What is stroke: A stroke or “brain attack” occurs when a blood clot blocks the blood flow in a vessel or artery or when a blood vessel breaks. There are two types of “brain attacks” — ischemic and hemorrhagic. When brain cells die during a stroke, abilities controlled by that area of the brain are lost. These abilities include speech, movement and memory. How a stroke patient is affected depends on where the stroke occurs in the brain and how much the brain is damaged.
With ischemic strokes, a blood clot blocks or “plugs” a blood vessel in the brain. Limited treatments are tPA “clot buster” or surgical removal of the clot within a 2-3 hour time window (and sometimes up to 6 hours).
- An estimated 7,000,000 Americans 20 years of age have had a stroke. Overall stroke prevalence during this period is an estimated 3%.
- The prevalence of silent cerebral infarction between 55 and 64 years of age is ~11%. This prevalence increases to 22% between 65 and 69 years of age; 28% between 70 and 74 years of age; 32% between 75 and 79 years of age; 40% between 80 and 85 years of age; and 43% at 85 years of age. Application of these rates to 1998 U.S. population estimates results in an estimated 13 million people with prevalent silent stroke every year.
- Silent stroke may be important in the development of AD since cerebral perfusion is often found to be reduced in association with an increased oxygen extraction fraction during an attack, a hemodynamic presentation typically found in AD patients.
- For the incidence, it is estimated that each year, ~795 000 people experience a new or recurrent stroke. From 1999 data, approximately 610,000 of these are first attacks, and 185 000 are recurrent attacks.
- On average, every 40 seconds, someone in the U.S. has a stroke. On average, every 4 minutes, someone dies of a stroke. Stroke accounted for ~1 of every 18 deaths in the U.S. in 2007.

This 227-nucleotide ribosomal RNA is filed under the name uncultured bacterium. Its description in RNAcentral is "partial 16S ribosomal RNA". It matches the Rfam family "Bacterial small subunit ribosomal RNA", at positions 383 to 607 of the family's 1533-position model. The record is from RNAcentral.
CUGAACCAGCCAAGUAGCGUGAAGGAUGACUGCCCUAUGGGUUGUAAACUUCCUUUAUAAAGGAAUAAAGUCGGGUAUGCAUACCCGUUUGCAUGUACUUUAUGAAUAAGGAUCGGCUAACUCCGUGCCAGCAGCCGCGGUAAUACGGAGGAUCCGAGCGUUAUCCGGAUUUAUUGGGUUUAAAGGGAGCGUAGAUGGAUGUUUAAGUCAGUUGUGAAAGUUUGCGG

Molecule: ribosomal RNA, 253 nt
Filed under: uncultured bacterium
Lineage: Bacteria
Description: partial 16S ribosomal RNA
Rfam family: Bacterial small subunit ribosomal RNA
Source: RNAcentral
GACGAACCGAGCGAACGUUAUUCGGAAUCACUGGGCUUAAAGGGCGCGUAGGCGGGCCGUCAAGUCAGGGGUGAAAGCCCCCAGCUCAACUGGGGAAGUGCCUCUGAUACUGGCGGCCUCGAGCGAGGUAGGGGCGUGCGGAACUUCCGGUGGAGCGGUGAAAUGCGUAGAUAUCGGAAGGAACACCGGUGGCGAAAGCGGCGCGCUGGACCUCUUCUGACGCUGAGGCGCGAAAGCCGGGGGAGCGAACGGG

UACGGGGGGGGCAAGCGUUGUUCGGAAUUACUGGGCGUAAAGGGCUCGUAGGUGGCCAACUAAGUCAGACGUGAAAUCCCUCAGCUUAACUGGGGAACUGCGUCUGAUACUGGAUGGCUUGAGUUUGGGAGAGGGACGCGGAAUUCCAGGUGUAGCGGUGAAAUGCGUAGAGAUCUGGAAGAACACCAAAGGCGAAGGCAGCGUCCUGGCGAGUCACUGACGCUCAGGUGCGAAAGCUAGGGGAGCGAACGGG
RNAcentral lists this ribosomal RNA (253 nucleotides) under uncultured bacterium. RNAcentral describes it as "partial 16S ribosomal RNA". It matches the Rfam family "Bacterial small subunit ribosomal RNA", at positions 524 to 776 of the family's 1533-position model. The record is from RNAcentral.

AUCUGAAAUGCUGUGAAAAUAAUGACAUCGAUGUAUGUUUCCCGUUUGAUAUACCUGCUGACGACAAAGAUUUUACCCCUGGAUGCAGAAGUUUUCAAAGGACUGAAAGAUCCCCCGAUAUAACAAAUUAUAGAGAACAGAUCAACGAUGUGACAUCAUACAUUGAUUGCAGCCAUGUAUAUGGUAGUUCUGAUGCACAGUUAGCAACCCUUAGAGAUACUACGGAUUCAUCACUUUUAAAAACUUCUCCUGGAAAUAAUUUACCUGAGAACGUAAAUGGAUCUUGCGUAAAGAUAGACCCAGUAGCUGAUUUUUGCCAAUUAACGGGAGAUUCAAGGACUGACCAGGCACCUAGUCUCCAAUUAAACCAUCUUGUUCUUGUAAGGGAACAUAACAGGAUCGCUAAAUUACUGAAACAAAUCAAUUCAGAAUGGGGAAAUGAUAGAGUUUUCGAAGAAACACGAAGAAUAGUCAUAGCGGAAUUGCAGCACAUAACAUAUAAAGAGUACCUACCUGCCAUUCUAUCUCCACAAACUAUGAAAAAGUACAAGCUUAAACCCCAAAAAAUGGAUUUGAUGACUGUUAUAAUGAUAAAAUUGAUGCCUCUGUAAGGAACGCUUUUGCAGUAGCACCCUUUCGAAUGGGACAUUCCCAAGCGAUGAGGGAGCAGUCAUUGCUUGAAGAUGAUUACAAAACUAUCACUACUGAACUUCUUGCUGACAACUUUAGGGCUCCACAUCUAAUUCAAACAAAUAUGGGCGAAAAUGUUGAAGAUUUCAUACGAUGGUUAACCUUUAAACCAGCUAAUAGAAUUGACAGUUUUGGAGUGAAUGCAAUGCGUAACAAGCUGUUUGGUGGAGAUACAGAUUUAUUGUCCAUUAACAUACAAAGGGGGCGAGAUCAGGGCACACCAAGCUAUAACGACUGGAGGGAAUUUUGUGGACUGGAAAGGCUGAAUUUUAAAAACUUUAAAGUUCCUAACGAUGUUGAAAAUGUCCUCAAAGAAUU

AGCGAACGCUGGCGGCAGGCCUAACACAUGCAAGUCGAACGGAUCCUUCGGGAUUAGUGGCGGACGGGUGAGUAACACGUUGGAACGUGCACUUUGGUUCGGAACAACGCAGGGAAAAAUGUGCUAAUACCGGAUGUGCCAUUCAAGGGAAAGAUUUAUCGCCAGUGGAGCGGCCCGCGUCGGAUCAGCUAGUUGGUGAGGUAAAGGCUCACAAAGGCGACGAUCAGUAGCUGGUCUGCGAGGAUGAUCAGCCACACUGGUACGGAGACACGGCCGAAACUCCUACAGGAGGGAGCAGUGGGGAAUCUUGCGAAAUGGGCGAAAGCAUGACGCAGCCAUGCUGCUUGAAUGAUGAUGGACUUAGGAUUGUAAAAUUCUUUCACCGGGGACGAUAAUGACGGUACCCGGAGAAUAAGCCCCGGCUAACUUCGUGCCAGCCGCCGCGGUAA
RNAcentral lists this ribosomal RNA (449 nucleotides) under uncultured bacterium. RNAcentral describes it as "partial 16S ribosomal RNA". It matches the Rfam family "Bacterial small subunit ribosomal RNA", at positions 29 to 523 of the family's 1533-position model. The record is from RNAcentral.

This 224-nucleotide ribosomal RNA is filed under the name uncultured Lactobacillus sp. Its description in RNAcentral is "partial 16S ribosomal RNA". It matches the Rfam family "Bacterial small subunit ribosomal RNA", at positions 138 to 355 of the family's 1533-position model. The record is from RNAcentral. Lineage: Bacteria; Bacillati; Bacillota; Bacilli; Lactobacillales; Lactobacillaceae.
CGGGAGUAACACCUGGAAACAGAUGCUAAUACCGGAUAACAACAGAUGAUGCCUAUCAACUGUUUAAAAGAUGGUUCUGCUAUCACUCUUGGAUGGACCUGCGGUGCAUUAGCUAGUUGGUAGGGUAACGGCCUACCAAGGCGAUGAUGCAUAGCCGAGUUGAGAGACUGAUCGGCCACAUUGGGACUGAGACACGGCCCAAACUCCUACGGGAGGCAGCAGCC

- Each year, ~55,000 more women than men have a stroke.
- It now appears that coronary artery bypass grafting (CABG) surgery may induce cognitive loss in as many as 50% of patients undergoing this procedure.
- The number of TIAs in the U.S. has been estimated to be ~200,000 to 500,000 per year, with a population prevalence into ~5 million people. The prevalence of TIA increases significantly with older age. Approximately half of all patients who experience a TIA fail to report it to their healthcare providers.
With hemorrhagic strokes, a blood vessel in the brain breaks or ruptures.The occurrence rate of ischemic stroke is ~83% and for hemorrhagic it is ~17%.
- Among people 45 to 64 years of age, approximately 8% to 12% of ischemic strokes and 37% to 38% of hemorrhagic strokes result in death within 30 days.
- In a study of people 65 years of age recruited from a random sample of Health Care Financing Administration Medicare Part B eligibility lists in four US communities, the 1-month case fatality rate was 12.6% for all strokes, 8.1% for ischemic strokes, and 44.6% for hemorrhagic strokes.
- Approximately half of incident childhood strokes are hemorrhagic. Despite current treatment, 1 of 10 children with ischemic or hemorrhagic stroke will have a recurrence within 5 years.
Risk Factors: Some of the risk factors are: age, gender, race, family history, diabetes, high blood pressure, heart disease, smoking, weight, etc.